Catholic World News

Liturgical reform is ‘irreversible,’ Pope proclaims

August 24, 2017

Pope Francis told an Italian audience on August 24 that “we can assert with certainty and magisterial authority that the liturgical reform is irreversible.”

Speaking at Italy’s National Liturgical Week, the Pope delivered a major address on the liturgy, insisting that the reforms prompted by Vatican II cannot be undone. He said that the challenge for the Church lies not in “rethinking the reforms by reviewing choices, but in knowing better the underlying reasons” for the liturgical changes.

The reforms mandated by the Council in Sacrosanctum Concilium were not a sudden development, the Pope said; they were the product of years of preparation. He said that the movement toward liturgical reform began with Pope Pius X and continued with Pope Pius XII. The reforms suggested by the Council, he said, “respond to real needs and to the concrete hopes of a renewal.”

Citing the words of Pope Paul VI, Pope Francis said that proper implementation of the Vatican II changes requires not merely changing rubrics but changing minds, helping the faithful better to understand active participation. He said that implementation “requires time, faithful reception, practical obedience, wise implementation.”

Although he did not speak in detail about liturgical guidelines, the Pope said that the reformed liturgy must have three characteristics:

  • It is a living liturgy, with Christ at its center;
  • It is an action of the people, popular rather than clerical; and
  • It is “a bearer of life,” transforming the faithful, rather than a set of ideas.

Before closing his address, Pope Francis acknowledged that although the Roman liturgy is most common in the Church, it is not the only Catholic ritual. “The harmony of the ritual traditions, of the East and of the West,” enriches the Church’s celebration, he said.

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  • Posted by: feedback - Aug. 25, 2017 5:01 PM ET USA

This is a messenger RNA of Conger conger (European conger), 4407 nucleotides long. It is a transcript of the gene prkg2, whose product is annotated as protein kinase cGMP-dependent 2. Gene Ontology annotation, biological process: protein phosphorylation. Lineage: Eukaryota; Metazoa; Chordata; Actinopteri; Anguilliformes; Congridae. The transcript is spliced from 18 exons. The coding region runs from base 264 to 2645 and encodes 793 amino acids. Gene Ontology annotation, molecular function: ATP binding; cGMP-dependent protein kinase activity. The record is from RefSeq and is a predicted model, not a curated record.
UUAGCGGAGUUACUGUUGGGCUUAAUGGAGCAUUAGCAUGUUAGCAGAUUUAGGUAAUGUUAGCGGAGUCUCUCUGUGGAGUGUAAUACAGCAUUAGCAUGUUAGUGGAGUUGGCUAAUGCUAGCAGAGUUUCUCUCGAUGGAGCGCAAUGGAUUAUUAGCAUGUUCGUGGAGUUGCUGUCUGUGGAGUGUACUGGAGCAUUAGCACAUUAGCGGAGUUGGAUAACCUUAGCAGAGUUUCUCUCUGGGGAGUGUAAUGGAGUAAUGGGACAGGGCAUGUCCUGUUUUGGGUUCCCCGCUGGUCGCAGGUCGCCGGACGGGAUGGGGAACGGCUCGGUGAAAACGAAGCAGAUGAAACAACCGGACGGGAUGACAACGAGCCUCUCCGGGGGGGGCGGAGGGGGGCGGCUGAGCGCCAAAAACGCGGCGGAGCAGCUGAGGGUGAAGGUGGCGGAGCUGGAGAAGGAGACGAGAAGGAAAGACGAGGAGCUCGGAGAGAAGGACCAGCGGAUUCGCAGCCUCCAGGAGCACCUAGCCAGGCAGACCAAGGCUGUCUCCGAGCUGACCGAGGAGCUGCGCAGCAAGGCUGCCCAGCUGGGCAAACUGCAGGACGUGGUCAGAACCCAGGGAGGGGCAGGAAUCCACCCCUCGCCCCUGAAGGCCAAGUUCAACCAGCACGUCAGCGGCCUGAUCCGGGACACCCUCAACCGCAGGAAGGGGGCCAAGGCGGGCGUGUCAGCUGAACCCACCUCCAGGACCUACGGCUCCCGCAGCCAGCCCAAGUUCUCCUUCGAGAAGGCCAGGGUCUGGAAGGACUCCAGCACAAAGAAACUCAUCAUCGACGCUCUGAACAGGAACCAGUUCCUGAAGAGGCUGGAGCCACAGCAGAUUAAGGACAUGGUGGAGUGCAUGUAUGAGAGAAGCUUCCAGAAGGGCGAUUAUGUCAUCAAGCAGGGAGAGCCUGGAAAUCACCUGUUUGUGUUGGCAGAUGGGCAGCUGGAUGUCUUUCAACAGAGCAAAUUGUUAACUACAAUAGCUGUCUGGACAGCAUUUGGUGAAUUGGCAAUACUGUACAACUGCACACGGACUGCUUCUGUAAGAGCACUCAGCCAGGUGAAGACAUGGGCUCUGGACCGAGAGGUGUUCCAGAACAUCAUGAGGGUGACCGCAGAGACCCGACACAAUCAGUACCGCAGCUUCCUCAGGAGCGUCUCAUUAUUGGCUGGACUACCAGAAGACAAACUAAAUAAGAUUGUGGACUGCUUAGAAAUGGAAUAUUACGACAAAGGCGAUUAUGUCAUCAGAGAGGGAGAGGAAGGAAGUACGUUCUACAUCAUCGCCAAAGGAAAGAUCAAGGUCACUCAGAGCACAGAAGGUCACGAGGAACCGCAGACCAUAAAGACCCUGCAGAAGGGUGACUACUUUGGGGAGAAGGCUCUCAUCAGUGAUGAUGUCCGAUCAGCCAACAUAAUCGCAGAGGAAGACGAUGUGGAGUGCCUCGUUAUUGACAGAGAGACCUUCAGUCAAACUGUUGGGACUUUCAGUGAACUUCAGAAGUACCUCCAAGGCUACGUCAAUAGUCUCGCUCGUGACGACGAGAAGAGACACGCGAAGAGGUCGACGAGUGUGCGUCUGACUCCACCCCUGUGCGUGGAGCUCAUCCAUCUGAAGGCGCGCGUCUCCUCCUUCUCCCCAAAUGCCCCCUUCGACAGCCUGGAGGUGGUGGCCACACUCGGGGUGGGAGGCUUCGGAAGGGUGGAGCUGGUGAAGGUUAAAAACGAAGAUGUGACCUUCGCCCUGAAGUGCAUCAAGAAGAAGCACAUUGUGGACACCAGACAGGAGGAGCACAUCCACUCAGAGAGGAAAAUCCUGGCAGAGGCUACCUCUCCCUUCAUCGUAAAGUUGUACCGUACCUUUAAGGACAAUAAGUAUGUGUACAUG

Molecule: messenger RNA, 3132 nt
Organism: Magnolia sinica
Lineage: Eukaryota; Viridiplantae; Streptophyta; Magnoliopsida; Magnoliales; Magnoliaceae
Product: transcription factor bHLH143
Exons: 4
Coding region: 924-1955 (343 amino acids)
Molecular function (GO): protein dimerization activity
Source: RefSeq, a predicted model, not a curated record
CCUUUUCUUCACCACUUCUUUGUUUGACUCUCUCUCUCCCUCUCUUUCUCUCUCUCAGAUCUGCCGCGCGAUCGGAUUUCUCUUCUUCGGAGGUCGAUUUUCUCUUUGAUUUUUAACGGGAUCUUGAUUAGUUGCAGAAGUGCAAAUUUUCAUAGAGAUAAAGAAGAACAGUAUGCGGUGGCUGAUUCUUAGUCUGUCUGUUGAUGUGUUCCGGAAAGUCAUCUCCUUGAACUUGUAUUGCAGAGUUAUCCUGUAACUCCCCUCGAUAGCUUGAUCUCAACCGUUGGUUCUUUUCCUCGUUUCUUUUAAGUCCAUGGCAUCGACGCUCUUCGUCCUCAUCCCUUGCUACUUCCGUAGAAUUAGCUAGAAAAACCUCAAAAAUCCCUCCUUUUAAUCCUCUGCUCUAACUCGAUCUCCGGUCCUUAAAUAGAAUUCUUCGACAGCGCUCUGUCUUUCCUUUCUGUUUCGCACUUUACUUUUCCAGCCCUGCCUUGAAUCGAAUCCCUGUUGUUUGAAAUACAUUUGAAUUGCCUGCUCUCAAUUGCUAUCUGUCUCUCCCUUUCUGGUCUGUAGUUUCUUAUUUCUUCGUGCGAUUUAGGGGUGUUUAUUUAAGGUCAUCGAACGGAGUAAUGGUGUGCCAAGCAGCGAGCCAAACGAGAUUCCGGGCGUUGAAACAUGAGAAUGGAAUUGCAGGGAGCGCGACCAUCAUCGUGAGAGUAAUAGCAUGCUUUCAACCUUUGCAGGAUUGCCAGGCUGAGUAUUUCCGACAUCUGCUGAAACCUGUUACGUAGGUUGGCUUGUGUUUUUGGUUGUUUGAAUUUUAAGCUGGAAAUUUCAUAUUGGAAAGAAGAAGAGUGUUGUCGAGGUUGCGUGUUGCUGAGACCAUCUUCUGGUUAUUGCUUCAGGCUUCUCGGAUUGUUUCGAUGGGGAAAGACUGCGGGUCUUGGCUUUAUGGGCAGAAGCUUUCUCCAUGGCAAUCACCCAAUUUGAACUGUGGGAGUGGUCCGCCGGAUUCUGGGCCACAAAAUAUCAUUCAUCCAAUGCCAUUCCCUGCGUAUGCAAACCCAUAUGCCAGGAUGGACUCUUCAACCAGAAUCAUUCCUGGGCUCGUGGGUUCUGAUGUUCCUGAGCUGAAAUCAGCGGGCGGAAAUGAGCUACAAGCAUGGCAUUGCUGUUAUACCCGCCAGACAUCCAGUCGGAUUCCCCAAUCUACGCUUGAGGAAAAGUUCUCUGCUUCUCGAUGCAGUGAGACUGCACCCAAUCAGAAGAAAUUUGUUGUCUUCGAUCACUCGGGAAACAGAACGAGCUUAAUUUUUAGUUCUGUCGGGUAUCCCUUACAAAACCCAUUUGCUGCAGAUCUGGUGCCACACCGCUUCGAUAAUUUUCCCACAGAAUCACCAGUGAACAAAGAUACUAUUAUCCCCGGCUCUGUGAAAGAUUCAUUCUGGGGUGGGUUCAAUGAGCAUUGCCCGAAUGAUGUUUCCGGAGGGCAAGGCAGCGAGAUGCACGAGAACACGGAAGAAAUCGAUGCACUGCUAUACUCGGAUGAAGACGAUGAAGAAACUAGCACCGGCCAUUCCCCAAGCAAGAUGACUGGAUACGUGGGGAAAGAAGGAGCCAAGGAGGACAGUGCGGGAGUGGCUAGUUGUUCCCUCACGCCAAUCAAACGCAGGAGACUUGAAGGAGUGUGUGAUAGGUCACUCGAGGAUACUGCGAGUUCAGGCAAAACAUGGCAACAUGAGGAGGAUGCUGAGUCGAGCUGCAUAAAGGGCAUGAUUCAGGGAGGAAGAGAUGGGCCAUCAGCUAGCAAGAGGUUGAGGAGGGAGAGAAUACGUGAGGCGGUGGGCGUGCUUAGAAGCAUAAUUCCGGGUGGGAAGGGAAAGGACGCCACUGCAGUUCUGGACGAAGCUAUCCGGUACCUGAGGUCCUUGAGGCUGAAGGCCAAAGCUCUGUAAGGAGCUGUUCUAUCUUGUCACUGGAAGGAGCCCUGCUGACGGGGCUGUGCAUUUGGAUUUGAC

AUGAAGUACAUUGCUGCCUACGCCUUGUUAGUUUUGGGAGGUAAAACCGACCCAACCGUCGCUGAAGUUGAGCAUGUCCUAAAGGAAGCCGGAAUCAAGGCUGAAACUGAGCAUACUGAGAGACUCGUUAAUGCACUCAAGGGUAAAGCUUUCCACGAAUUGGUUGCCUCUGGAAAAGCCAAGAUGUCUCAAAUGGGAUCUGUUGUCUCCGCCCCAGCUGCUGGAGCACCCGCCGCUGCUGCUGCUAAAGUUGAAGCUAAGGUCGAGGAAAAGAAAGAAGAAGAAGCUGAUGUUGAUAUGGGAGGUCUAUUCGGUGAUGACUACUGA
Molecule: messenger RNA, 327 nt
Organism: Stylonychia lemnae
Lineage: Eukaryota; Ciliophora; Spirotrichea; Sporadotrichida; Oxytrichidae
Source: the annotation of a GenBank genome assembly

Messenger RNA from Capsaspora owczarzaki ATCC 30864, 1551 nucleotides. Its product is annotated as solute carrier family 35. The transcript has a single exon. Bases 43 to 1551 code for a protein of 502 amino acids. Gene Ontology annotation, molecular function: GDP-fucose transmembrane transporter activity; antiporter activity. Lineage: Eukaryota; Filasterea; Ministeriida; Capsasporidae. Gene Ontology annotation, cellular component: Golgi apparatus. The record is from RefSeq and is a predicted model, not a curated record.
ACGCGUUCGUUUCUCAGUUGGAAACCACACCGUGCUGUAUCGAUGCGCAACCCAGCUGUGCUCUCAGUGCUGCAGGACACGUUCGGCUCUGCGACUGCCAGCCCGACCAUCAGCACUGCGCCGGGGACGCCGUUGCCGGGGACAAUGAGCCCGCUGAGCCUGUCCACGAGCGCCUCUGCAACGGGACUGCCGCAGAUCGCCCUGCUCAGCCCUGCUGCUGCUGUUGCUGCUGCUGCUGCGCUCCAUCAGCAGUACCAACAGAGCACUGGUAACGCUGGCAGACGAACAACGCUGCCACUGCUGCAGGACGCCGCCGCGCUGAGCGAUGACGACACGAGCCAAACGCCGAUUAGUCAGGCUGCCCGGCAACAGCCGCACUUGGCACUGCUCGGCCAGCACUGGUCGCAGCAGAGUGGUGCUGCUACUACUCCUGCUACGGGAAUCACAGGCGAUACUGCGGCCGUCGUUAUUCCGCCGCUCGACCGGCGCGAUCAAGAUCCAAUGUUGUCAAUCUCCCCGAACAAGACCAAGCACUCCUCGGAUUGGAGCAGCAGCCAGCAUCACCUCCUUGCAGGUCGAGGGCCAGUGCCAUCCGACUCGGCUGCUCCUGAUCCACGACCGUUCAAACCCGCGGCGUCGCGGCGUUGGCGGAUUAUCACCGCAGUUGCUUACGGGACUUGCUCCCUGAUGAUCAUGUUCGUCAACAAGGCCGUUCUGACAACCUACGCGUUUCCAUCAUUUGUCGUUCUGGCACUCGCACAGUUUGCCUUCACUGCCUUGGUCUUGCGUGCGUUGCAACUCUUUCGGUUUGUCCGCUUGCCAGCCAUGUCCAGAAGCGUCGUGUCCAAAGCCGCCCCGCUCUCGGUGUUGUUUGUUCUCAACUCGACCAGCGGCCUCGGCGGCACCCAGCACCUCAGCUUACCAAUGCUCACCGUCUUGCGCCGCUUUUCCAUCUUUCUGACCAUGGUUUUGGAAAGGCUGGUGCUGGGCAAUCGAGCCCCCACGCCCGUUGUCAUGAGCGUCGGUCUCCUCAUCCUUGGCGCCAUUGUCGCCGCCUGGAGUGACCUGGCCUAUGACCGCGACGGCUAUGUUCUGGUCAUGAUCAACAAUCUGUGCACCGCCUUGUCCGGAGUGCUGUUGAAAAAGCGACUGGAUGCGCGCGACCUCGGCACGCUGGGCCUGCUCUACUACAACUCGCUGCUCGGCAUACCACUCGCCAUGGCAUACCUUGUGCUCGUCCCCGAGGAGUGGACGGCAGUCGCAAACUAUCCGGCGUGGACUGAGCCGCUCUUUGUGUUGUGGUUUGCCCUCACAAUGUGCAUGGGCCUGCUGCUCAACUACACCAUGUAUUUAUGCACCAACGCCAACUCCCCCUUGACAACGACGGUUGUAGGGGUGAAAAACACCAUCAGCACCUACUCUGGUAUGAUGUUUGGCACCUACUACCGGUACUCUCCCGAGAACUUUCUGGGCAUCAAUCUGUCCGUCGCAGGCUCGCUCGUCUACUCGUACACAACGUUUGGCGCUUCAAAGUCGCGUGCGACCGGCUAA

Liturgical reform has to include due reverence and beauty in church architecture, liturgical vestments, proper attire of the participants, return to reverend, meaningful and prayerful music and maintaining of sacred silence before and after the liturgy. Doing the opposite is not a reform.

  • Posted by: mary_conces3421 - Aug. 25, 2017 9:17 AM ET USA

    I wonder if the Holy Father thinks that big screens, rock rhythms, & an uproarious atmosphere are what the reforming popes & Vatican Council I had in mind.

  • Posted by: jalsardl5053 - Aug. 25, 2017 3:26 AM ET USA

    "Even in the liturgy, the Church has no wish to impose a rigid uniformity in matters which do not implicate the faith or the good of the whole community; rather does she respect and foster the genius and talents of the various races and peoples."

  • Posted by: Bveritas2322 - Aug. 25, 2017 12:57 AM ET USA

    Someone should explain to his stubbornness, that only the mind of God is irreversible, which means the peoples of the past deserve respect and veneration. Their liturgies are our liturgies too. Is this too much to comprehend Pope Francis?

  • Posted by: james-w-anderson8230 - Aug. 24, 2017 8:53 PM ET USA

    With Pope Francis you can never be sure what he really means. Since he only mentions the Liturgy of Vatican II and the Liturgy of the East, Where does that leave the pre-Vatican II Latin Liturgy?

  • Posted by: dover beachcomber - Aug. 24, 2017 6:51 PM ET USA

    As a Catholic who loves the Extraordinary Form, the Latin language, and Gregorian Chant, I just have to "share" that I'm not feeling that Pope Francis is "coming out to the margins" to "accompany me where I am" on my "faith journey", but instead invoking "outmoded forms of hierarchical authority" in a "spirit of hyper-clericalism and non-inclusion."

  • Posted by: filioque - Aug. 24, 2017 6:02 PM ET USA

    Well, let's see how long he thinks the Roman Ritual according to the Missal of 1962 enriches the Church's celebration.

  • Posted by: Jim.K - Aug. 24, 2017 5:41 PM ET USA

    Perhaps he ought to be re-examining the actual meaning of Pope Paul VI and VII regarding the Liturgy instead of Humani Vitae.